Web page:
The Cayman Islands Bureau of Financial Investigations has secured court orders freezing US$200 million as part of the agency’s anti-money laundering efforts.
The money is held in a combination of Cayman-based and foreign accounts.
Richard Barrow, chief inspector of the bureau, in a press release from Government Information Services, said that the funds are being held as part of “several active investigations, a small number of which relate to the potential financing of terrorism”.
The bureau was established in March 2020, building on the work of an interim task force set up in April 2019. It is a separate entity from the Financial Crime Investigation Unit, which deals primarily with domestic financial crime matters.
The bureau is tasked with investigating complex, cross-border financial crimes, and analysing intelligence and financial transactions. It was set up to ensure that money laundering matters, in line with the risk profile of the jurisdiction, were being identified and investigated, as well as to satisfy a number of Recommended Actions (RAs) specified by the Financial Action Task Force (FATF).
The team consists of specialists with experience in the Cayman Islands, the UK, Jamaica, Trinidad and Tobago, and Sweden. It incorporates 11 experts, including financial investigators, police and financial analysts, including a specialist investigator in cryptocurrency transactions.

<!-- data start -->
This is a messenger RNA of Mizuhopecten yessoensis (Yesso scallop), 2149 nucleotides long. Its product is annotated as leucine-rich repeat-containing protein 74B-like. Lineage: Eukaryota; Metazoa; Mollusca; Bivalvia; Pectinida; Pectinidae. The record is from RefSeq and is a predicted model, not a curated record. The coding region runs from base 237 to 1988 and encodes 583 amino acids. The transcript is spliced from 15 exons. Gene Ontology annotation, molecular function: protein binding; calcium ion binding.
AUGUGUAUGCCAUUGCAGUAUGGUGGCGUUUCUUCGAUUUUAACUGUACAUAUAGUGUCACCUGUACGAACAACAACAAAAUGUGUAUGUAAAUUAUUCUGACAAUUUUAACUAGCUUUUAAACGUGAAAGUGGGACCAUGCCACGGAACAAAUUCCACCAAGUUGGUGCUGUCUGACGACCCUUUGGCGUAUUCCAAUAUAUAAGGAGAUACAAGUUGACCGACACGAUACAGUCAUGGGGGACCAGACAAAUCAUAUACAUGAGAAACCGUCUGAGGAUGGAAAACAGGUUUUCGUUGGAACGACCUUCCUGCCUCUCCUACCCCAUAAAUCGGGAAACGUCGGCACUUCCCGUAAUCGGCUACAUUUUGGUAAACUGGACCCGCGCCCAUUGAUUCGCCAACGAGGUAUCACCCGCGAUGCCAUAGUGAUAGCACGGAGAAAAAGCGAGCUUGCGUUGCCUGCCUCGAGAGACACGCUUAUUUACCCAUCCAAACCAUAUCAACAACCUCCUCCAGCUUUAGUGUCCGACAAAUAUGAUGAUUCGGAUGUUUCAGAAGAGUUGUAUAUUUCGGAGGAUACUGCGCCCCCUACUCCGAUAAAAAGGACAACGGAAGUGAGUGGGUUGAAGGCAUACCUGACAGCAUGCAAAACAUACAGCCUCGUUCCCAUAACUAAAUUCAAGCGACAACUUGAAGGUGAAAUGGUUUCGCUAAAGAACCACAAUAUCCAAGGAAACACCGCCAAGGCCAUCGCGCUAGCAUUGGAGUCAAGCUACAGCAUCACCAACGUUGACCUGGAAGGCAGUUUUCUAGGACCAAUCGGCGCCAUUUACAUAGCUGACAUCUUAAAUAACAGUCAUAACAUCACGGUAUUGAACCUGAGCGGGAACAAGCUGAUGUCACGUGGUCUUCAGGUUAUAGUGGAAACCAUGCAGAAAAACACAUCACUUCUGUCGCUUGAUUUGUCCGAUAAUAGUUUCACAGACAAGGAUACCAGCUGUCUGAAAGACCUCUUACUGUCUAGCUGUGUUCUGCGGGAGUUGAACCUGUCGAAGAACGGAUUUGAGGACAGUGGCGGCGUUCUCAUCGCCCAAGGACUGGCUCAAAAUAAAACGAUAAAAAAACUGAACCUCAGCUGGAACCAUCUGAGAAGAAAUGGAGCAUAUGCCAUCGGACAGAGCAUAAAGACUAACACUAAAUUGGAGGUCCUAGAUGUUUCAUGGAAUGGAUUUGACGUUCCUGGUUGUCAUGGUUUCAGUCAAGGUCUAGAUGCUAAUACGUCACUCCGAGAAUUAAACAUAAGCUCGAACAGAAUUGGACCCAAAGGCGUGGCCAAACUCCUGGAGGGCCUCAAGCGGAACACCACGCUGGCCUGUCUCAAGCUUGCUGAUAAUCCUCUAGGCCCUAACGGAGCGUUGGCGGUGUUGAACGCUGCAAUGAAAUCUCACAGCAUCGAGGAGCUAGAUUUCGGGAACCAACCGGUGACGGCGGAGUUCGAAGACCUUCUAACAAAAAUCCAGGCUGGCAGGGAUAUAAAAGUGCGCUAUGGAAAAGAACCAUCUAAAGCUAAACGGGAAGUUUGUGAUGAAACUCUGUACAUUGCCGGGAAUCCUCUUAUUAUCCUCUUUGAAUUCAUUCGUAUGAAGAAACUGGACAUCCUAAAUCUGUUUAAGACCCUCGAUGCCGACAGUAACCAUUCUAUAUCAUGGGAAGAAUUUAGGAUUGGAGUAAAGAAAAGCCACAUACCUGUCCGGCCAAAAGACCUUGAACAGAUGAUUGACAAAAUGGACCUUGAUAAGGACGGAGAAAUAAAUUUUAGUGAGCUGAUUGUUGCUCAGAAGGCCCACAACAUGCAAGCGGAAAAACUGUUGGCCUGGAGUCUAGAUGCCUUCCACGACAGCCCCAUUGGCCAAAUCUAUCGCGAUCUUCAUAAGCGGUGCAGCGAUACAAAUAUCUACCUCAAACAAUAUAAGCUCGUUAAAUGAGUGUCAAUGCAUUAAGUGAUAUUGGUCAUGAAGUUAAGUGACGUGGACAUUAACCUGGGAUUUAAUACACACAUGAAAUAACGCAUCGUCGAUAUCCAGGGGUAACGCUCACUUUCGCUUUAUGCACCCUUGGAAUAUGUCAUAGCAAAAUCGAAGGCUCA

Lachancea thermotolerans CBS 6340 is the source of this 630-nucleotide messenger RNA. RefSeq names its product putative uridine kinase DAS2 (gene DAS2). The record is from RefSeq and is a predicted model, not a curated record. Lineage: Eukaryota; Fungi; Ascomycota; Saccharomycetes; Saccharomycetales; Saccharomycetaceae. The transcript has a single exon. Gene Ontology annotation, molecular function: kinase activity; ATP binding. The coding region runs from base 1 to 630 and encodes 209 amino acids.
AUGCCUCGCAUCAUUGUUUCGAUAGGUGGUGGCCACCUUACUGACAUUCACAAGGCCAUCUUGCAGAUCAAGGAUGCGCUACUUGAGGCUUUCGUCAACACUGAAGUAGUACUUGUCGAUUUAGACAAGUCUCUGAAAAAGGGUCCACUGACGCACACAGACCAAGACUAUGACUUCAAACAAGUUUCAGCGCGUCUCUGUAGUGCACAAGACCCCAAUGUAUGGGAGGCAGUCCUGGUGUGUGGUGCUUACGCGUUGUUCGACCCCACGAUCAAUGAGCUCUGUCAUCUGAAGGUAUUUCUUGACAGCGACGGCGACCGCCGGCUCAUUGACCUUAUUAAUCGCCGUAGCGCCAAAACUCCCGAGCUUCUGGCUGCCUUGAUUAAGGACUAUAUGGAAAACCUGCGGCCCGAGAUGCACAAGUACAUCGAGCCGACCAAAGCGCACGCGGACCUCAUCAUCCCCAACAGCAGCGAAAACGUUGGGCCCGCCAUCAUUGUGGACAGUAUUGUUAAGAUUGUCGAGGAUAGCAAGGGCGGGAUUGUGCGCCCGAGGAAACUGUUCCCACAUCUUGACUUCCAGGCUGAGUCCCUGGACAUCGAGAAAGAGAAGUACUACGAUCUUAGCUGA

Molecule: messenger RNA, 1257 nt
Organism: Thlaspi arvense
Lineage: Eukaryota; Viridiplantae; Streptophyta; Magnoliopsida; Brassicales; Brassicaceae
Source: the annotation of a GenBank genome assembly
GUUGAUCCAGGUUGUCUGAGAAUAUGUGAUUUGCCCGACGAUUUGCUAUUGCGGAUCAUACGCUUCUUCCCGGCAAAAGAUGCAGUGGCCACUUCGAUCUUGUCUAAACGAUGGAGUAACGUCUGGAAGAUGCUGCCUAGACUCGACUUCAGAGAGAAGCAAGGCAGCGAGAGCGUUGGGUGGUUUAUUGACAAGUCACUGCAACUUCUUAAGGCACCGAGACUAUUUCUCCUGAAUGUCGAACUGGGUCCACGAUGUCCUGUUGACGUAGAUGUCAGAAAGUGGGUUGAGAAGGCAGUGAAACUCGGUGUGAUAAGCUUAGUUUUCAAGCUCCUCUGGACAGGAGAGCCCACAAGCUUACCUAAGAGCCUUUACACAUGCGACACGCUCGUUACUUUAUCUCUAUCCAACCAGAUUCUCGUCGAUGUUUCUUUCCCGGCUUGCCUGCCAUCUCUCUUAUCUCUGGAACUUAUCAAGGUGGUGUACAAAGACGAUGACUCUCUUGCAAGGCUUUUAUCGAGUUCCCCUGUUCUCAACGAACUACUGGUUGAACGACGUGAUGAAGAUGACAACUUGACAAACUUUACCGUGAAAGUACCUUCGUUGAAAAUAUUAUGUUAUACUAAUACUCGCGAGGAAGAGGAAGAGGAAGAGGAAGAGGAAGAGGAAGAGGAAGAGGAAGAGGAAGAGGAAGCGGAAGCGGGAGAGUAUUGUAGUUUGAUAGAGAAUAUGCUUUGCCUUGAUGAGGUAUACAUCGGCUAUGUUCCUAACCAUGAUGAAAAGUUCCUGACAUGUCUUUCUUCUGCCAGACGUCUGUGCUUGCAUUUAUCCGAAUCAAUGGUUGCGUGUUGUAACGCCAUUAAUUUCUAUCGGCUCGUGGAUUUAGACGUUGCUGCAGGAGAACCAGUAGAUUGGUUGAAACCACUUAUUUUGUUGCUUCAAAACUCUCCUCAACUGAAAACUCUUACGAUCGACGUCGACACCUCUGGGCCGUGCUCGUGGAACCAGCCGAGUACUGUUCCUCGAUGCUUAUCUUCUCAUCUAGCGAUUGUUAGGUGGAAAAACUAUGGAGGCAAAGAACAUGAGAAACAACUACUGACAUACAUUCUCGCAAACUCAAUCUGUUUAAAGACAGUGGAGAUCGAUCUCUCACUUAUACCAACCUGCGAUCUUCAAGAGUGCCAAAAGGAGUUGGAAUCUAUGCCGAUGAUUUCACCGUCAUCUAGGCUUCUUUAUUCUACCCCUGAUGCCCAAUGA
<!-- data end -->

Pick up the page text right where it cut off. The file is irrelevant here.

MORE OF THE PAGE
The newly appointed head of the bureau, Victoria Templeman, said in the press release she believes the unit will develop into a “global centre for excellence”.
Templeman said the bureau works in partnership with “entities such as INTERPOL and EUROPOL”, conducting “[i]nvestigation, collaboration and intelligence sharing with counterparts across the globe”.
The national coordinator for the Anti-Money Laundering Steering Group (AMLSG), Elisabeth Lees, added: “Although it is still in its infancy, the Bureau, along with the Office of the Director of Public Prosecutions, has already secured restraint orders, which are proven tools to prevent the dissipation of assets by money launderers.”
Cayman is awaiting the final outcome of observation by the FATF, which began in February 2019. The process required the implementation of 63 Recommended Actions specified by the FATF’s regional body (the CFATF or Caribbean Financial Action Task Force) in their mutual evaluation report. The FATF will deliver its assessment on Cayman’s progress later this month.